On an unusually mild day for the first of November, the Summit High rugby team stretched under the waning sun, preparing for a low-key practice leading up to Saturday's state championship game at Glendale's Infinity Park.
For the seniors, Thursday was the last practice of their high school rugby career. Saturday will be their final game - though most plan to continue playing at the club level in college. The game at Infinity Park will be a chance for this year's seniors to lead the team to its fifth year of undefeated in-state play and a five-peat of the state championship title.
To handle Castle Rock, which is a physical team, the Tigers have been practicing full-speed hits that prepare them mentally to maintain the game at their own pace and own method.
Everyone is healthy on the Summit side, including Kellie Cochran who had an ankle scare and Katy Peoples, who has been out for several games with a shoulder injury. With both injuries wrapped and taped, all starters should see playing time Saturday.
"We have more to lose than they do," senior Hailey Wyatt said, adding that the Tigers are expected to win. Should Castle Rock win, it would be an enormous upset.
"We're a strong team, so I don't think we have any fear," said senior Nicole Chandler, to which senior Vollya Sergeeva added, "There's always room for error."
Peoples said some Castle Rock players will help the team that's been shut out twice by the Tigers gain some momentum on Colorado's reining champs. But in the end, this year's rugby team is just that - a team - and they intend to play like one on Saturday.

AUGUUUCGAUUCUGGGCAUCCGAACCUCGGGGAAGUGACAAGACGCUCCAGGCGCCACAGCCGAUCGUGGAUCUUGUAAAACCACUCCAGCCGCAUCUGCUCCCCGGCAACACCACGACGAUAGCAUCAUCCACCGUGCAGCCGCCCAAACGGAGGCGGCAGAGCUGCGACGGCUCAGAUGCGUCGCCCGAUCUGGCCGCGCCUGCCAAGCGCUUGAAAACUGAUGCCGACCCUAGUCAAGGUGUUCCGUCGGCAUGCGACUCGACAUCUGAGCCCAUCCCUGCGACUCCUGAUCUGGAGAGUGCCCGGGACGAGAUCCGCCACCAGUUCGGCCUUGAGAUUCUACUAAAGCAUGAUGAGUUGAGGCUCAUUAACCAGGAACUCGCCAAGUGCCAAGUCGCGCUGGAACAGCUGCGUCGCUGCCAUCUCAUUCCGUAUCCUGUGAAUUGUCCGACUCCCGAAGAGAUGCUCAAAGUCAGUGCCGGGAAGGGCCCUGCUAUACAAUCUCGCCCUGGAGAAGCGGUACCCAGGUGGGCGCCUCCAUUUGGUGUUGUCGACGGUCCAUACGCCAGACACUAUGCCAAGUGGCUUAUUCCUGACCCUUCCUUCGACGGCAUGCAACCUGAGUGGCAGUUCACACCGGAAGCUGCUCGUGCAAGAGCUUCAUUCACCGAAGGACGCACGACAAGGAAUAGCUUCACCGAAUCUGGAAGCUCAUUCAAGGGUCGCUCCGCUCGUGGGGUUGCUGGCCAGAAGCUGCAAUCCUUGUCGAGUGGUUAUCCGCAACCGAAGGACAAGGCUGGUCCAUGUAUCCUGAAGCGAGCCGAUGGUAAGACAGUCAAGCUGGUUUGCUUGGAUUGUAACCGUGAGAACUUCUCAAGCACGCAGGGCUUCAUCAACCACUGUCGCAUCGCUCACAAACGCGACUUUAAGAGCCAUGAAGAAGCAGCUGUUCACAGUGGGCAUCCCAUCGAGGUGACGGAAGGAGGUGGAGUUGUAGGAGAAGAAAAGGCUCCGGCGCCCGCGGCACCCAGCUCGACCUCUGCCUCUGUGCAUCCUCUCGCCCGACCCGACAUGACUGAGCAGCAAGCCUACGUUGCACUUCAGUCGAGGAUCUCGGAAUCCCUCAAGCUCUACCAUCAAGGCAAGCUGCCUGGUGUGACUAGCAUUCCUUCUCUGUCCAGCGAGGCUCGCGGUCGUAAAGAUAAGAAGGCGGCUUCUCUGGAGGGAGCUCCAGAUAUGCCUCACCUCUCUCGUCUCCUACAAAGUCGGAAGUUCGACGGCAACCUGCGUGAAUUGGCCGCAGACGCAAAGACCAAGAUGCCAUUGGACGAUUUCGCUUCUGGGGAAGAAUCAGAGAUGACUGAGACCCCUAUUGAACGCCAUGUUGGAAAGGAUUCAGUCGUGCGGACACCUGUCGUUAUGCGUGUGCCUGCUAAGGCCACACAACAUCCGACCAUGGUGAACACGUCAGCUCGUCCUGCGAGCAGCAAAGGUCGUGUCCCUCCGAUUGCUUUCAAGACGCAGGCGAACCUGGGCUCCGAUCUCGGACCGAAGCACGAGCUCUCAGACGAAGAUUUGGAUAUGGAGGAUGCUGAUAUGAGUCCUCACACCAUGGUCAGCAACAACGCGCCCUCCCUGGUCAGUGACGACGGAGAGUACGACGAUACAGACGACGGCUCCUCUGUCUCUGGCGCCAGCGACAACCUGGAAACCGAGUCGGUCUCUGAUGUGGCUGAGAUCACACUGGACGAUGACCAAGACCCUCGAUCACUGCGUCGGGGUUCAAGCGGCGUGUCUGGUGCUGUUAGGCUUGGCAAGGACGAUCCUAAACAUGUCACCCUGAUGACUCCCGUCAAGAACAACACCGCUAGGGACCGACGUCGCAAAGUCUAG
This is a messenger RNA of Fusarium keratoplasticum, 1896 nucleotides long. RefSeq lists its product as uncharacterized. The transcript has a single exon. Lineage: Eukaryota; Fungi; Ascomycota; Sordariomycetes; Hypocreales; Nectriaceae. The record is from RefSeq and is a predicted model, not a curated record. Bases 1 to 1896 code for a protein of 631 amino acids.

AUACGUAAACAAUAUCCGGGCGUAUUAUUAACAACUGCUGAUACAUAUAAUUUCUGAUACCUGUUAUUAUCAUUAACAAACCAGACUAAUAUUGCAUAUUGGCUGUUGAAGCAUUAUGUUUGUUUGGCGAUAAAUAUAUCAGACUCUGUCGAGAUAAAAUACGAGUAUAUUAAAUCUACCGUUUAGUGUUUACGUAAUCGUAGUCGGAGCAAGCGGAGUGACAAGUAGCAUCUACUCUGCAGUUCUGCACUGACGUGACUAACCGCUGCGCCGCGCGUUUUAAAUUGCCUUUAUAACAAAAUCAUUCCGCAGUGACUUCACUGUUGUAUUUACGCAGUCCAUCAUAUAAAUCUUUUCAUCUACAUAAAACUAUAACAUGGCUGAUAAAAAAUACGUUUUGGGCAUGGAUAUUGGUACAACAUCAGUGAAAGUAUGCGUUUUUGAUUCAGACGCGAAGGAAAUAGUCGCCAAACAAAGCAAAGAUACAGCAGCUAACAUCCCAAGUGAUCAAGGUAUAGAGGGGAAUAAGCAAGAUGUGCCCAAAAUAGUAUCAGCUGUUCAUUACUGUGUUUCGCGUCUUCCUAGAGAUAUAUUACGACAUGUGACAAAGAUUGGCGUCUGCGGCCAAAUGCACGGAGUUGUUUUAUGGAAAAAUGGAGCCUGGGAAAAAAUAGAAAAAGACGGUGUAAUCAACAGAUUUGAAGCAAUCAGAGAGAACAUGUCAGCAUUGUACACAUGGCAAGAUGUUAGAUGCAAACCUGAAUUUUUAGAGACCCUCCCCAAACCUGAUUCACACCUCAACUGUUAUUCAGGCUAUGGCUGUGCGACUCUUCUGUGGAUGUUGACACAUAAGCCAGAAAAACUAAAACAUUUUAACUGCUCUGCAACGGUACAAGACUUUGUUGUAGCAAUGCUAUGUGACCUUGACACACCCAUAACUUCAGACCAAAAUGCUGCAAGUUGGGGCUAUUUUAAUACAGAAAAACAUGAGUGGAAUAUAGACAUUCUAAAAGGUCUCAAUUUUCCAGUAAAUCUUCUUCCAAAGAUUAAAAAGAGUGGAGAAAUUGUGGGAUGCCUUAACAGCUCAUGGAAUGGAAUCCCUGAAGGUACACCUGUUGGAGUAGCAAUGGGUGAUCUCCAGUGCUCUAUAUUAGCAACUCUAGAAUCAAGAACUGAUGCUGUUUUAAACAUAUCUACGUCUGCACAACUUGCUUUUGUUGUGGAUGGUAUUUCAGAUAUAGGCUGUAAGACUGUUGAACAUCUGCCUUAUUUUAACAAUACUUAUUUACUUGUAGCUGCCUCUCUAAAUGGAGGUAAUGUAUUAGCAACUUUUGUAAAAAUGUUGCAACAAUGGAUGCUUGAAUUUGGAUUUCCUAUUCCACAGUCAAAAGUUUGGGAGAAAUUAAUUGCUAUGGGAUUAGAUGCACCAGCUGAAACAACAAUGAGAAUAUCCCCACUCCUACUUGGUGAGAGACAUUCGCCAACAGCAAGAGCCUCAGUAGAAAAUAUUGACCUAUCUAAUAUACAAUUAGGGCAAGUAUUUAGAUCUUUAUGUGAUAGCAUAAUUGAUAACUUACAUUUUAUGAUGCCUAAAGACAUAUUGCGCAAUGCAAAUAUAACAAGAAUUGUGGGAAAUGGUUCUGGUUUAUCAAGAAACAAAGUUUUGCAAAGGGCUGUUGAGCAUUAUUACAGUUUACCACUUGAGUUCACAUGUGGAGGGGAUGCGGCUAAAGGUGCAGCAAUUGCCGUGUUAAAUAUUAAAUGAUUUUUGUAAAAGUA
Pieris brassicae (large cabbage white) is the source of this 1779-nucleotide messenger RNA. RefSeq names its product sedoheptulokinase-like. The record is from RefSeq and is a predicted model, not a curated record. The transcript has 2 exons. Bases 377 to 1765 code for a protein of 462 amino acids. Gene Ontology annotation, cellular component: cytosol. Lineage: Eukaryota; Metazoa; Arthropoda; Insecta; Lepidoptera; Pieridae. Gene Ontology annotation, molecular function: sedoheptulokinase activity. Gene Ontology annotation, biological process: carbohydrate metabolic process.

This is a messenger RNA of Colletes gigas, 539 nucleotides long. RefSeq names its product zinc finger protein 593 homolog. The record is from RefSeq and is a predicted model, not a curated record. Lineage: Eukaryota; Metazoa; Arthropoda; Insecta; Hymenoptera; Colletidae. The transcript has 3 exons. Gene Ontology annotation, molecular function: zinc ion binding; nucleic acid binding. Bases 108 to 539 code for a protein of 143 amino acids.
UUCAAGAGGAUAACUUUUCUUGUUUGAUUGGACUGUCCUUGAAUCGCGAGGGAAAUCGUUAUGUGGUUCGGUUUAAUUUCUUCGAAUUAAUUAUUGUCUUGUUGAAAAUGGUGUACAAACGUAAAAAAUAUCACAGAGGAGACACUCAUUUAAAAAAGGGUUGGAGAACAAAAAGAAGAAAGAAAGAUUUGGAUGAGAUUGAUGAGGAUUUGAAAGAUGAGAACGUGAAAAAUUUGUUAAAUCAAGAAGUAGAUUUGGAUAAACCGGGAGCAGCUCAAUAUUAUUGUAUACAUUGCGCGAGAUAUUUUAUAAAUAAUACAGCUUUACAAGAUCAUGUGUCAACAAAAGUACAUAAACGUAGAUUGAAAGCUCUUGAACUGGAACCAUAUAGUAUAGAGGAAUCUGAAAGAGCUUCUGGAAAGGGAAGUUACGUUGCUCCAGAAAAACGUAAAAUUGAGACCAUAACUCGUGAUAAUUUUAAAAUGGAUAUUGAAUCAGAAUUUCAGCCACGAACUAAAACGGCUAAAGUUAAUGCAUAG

"We're all really good," Peoples said, "We'll work against them as a team."
For Wyatt and Chandler, this year's state appearance is their first and last.
"I'll savor every bit of it," said Wyatt, who joined the team this year and is sad to see the season end.
For Peoples and Sergeeva, it will be their fifth state appearance.
"It's surreal to know it's coming to an end," Peoples said. Sergeeva added that it hasn't hit home yet.
"After five years, you need the team more than the team needs you," Sergeeva said.
"This program has done so much for so many of us," Peoples added.
For Wyatt, it's been a blessing to be part of a team, not to mention one like the rugby team. A former gymnast and cheerleader, she's happy to make the team more important than her own accomplishments.
"This is about everyone else except yourself," she said. "It's about the team and the program and the cubs. That's why it's easy to give everything on the field."
On Thursday, before running drills, the team sat down to outline their pre-game strategy at Infinity Park. During warm-up, awards are given, so head coach Karl Barth wanted them to feel like they're adequately prepared, given all the interruptions.
Then, he discussed the difference of playing at Tiger Stadium and playing in a professional-scale arena. Last year, Haley "Peach" Anderson shanked a kick she'd normally make because a Jumbotron cameraman came onto the field and distracted her.
Barth is confident in his team, though.
"They'll kick off, we'll score," he said, repeating the scenario several times to summarize what he expects from his team. This week, he helped the team practice a new back row move as well as hone one they haven't used this season. On Monday, they analyzed the most recent game against SWARM, in which the team gave themselves a "F" in communication - something they hope to make better this week.
"Even though the defense is playing well, there are things we don't like about it," Barth added as he listed the things the Tigers focused on this week leading up to the championship game.
"The end is always bittersweet," Barth said. "It's over and we feel like we're just getting started."